Page 55 - Jewish Book Annual Volume 50

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of the Law. For this God preserved me from the electric fence.”
Sheindel’s reference to two fences is instructive. The Fence of
the Law ideally protects and saves, allowing one to protect and
to question the divine. The Nazi fence, for its part, is designed
not to enhance life but to destroy it. Sheindel is well aware both
of the dangers of illusion and the role played by mature skep­
ticism among the truly pious. She understands that her illus­
trious husband’s reputation was only an illusion. Moreover,
Ozick articulates an important post-Auschwitz religious lesson.
“The more piety,” Sheindel observes, “the more skepticism.”
Skepticism functions not only as a check on excess, but allows
one the freedom of protesting from within the tradition. To
hear the shofar’s call after Auschwitz, one must be free of il­
lusions and acknowledge the role of doubt.
For Ozick authentic Jewish identity is won through hard and
conscious striving. She writes: “From Egypt to the shame of
the calf at the foot of Sinai to Treblinka is no natural road.”18
The covenant has ineluctably singled out Jews and Jewish ob­
ligation. It is, therefore, not accidental that Ozick places as the
tale’s epigraph the rabbinic warning that one who breaks off
from the study of the Law to admire the beauty of nature does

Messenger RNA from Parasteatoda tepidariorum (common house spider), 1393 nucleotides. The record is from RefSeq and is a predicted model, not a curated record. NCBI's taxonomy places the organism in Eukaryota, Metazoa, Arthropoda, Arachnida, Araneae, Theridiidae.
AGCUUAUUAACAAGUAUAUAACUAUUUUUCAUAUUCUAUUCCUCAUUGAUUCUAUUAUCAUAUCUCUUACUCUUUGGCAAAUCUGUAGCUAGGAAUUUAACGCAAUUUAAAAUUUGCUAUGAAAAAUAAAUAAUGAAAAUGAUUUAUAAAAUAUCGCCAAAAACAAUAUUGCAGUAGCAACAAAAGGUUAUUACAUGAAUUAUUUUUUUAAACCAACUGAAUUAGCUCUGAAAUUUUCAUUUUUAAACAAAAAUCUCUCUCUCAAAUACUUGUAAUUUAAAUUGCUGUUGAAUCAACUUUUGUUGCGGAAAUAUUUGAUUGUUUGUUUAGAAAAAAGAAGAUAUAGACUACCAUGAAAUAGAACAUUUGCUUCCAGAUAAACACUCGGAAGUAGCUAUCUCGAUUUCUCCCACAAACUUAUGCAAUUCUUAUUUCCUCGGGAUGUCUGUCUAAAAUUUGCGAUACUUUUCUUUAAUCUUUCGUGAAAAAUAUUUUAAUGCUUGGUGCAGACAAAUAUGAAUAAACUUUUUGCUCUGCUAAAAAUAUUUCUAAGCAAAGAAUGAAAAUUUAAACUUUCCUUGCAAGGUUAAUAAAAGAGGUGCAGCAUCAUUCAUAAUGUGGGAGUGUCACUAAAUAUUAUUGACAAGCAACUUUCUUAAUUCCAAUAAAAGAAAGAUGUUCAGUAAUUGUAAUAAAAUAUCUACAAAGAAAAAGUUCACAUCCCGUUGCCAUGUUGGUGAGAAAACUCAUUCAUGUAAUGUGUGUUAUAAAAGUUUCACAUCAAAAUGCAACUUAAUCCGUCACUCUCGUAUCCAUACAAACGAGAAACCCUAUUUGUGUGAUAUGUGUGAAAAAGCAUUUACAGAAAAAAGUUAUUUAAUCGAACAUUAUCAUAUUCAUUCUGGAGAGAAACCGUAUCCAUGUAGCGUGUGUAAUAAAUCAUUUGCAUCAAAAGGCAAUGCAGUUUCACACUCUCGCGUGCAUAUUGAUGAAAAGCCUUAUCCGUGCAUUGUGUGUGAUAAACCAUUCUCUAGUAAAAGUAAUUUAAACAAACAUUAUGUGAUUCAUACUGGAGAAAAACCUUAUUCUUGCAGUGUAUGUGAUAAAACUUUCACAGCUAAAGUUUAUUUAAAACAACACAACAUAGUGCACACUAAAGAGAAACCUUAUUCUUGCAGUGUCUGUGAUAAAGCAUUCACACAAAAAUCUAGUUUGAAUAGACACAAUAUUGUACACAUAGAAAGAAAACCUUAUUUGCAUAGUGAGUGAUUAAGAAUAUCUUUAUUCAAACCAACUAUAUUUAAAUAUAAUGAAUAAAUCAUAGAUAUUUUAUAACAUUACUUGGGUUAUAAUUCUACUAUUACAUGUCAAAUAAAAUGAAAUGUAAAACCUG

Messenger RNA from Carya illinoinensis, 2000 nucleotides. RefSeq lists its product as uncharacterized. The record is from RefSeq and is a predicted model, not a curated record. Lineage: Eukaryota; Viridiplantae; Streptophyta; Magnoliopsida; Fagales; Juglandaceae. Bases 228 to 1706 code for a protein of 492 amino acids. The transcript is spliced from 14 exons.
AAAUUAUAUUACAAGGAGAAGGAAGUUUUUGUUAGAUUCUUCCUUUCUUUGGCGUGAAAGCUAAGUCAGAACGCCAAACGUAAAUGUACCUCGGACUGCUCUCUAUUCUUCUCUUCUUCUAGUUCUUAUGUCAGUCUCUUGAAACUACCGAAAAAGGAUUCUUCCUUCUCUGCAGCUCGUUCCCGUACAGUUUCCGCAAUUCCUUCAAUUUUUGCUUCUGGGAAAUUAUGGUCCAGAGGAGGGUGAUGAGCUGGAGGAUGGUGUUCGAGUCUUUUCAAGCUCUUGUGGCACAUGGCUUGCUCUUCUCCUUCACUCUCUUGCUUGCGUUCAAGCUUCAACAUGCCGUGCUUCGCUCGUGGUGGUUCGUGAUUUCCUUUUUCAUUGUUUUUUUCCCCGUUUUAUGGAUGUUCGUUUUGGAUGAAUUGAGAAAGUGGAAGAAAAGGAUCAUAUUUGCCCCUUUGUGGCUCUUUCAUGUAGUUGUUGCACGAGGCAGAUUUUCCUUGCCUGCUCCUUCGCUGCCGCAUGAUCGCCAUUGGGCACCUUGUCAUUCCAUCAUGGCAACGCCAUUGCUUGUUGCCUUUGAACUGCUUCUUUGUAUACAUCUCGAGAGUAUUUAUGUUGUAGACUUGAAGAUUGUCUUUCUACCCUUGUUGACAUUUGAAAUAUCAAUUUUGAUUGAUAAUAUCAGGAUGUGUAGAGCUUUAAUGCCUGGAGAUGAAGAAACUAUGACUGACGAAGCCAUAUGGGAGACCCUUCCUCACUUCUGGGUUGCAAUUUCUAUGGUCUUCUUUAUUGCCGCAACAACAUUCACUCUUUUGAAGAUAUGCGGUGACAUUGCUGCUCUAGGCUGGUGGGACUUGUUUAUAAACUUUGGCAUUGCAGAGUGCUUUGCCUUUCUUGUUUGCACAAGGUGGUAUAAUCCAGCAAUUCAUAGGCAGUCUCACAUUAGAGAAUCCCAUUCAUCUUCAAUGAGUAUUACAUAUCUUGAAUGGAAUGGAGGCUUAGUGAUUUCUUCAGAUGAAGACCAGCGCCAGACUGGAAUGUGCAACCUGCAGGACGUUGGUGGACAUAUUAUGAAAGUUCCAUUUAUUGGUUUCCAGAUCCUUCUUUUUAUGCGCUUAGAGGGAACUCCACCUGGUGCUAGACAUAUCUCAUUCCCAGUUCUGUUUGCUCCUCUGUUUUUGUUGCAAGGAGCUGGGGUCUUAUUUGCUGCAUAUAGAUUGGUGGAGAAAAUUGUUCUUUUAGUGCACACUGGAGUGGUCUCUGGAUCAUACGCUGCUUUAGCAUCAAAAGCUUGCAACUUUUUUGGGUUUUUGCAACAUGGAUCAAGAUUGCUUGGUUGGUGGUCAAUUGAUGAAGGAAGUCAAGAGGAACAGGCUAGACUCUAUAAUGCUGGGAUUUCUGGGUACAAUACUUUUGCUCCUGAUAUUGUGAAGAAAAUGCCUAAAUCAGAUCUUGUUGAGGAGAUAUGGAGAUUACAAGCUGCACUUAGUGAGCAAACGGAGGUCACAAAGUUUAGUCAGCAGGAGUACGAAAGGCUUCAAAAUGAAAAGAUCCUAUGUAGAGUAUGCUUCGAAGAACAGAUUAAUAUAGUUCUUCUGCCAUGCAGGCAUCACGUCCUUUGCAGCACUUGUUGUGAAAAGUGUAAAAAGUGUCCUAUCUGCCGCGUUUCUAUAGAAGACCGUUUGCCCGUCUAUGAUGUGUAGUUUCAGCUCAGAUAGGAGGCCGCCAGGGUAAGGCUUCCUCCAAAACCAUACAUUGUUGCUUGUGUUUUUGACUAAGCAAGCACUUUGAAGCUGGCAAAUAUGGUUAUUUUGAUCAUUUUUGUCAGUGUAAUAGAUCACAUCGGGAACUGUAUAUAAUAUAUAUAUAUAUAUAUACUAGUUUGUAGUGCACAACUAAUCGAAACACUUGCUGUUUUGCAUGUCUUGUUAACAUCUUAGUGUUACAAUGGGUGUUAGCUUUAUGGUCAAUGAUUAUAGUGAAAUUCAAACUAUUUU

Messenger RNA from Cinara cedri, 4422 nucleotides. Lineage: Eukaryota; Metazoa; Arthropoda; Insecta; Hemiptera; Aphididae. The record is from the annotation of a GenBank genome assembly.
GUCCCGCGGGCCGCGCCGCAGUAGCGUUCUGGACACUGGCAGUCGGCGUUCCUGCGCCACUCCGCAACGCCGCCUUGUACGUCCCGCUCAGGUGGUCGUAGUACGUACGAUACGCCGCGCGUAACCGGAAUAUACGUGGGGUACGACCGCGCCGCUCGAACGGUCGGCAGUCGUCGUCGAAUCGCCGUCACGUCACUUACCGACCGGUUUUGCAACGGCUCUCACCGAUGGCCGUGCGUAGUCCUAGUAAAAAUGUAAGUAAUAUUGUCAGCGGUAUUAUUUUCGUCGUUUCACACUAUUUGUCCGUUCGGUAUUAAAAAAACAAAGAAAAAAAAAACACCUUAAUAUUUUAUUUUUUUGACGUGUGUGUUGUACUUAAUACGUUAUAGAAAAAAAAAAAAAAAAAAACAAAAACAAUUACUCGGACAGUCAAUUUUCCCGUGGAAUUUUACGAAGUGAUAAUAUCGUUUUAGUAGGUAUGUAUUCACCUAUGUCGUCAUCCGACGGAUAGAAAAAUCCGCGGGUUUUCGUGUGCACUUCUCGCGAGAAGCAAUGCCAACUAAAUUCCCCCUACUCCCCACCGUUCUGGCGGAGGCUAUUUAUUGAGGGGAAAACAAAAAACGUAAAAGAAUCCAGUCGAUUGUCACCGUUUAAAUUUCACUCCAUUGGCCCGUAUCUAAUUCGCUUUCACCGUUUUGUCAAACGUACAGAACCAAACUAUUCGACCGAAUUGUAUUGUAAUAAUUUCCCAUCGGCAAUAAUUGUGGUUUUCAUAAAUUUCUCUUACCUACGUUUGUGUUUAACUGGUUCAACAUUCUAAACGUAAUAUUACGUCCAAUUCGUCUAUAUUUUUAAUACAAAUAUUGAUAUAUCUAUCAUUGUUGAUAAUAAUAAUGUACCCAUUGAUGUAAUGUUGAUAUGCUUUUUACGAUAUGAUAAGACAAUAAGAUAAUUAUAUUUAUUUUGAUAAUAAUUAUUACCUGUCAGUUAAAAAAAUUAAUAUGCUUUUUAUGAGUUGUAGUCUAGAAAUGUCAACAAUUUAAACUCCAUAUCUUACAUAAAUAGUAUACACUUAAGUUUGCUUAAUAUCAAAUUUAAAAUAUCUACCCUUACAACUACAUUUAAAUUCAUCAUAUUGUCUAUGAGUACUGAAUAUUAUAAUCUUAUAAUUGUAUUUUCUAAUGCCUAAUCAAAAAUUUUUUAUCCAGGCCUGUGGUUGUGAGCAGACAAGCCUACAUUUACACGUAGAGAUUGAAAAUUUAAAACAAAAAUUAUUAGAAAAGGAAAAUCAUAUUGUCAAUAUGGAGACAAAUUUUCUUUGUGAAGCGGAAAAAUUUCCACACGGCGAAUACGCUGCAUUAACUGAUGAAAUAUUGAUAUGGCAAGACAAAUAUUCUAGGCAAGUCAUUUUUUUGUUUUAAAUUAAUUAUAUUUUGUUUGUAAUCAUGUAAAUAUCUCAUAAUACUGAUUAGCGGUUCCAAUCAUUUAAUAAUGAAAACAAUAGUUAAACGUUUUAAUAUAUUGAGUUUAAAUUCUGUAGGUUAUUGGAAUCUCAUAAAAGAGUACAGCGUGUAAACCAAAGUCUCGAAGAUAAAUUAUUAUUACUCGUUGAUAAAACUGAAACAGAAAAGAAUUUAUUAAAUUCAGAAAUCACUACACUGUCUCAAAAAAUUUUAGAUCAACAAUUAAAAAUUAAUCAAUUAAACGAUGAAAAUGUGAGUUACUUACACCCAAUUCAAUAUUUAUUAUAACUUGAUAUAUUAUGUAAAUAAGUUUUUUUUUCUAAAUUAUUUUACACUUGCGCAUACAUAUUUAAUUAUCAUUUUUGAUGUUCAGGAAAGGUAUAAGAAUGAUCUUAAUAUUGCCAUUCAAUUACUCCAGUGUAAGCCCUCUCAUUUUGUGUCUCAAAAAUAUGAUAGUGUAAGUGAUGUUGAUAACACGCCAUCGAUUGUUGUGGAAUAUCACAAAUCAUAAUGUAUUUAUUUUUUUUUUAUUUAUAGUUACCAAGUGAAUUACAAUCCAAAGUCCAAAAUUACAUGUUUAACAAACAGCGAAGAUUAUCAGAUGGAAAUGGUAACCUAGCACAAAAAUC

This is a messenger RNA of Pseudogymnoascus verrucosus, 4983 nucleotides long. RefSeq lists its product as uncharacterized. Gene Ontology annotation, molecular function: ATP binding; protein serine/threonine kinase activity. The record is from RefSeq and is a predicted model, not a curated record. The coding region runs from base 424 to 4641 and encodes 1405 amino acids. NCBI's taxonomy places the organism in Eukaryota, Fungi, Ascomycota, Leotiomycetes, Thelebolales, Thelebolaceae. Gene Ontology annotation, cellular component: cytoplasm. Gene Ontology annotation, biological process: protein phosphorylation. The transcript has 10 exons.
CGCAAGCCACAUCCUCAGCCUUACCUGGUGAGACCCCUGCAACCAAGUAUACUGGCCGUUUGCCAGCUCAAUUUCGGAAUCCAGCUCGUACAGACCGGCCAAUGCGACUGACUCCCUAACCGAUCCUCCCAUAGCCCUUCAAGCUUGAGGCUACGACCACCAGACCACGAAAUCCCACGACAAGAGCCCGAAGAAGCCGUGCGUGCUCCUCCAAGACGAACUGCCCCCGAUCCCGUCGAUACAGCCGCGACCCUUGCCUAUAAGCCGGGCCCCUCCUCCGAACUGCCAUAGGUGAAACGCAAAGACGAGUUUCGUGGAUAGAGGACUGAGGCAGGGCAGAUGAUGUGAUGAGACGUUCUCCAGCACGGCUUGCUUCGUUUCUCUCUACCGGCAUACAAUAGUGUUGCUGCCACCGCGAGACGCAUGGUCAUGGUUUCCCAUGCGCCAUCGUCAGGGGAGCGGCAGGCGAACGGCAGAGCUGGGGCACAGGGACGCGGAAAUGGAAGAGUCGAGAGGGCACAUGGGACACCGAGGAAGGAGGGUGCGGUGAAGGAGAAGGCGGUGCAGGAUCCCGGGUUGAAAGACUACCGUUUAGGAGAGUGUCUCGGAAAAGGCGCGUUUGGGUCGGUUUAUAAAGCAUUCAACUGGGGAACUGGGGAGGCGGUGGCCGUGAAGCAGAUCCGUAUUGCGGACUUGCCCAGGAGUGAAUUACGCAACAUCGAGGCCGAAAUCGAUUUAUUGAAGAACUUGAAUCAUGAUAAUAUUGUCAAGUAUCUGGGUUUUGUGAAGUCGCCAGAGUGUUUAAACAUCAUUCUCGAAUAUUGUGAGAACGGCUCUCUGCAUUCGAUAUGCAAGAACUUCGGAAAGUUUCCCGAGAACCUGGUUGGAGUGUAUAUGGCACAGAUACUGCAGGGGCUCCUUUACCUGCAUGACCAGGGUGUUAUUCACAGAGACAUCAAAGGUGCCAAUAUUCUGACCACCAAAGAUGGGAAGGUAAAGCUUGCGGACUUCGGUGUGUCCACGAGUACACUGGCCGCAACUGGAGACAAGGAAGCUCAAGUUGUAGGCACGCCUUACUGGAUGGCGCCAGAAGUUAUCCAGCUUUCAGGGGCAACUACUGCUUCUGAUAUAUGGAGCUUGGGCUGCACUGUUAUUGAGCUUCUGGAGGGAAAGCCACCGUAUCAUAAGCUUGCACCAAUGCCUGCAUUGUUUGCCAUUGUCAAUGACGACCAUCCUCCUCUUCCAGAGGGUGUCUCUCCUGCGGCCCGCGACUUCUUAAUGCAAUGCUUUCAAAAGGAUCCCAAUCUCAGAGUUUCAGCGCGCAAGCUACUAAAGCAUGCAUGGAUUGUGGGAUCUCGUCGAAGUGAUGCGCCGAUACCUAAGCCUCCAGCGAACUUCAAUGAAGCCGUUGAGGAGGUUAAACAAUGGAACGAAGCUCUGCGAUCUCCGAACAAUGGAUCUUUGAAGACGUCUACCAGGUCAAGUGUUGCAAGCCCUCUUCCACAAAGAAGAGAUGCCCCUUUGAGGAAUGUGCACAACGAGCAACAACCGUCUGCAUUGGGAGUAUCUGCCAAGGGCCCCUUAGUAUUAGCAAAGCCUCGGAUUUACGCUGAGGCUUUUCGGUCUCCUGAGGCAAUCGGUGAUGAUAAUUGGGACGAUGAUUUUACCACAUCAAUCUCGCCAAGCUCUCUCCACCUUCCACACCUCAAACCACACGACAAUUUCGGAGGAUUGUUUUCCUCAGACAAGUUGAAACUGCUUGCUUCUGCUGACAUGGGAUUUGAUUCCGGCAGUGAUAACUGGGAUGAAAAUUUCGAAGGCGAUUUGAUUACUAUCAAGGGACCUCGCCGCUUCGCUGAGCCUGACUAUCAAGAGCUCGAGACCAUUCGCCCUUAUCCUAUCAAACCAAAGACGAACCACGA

damage to his being. Moreover, “The Pagan Rabbi” is an early
articulation of Ozick’s subsequent work in which the bearers
of truth are either Holocaust survivors or those authentically
transformed by tales of the
In “A Mercenary,” her exotic short story about Stanislav
(Stasek) Lushinski, “a Pole and a diplomat (who) was not a Polish
diplomat,” Ozick argues that even those who appear to abandon
their Jewish identity can never escape the eternal torment of
Lushinski, a survivor from Poland, serves as United
Nations representative of a nameless African country. A white
man speaking for a black country, Lushinski rejects Judaism
politically by snubbing the Israeli Ambassador, and religiously
by living with Louisa (Lulu) his non-Jewish mistress. Yet he con­
tinues to tell tales of his Holocaust experiences. His parents
were murdered on his sixth birthday. An orphan, he survived
in Poland’s forest witnessing horrors similar to those described
18. Cynthia Ozick, “Holiness and Its Discontents,”
Jewish Book Annual,
(1972-73), 10.
19. Cynthia Ozick, “A Mercenary,”
Bloodshed and Three Novellas
(New York:
Alfred A. Knopf, 1976).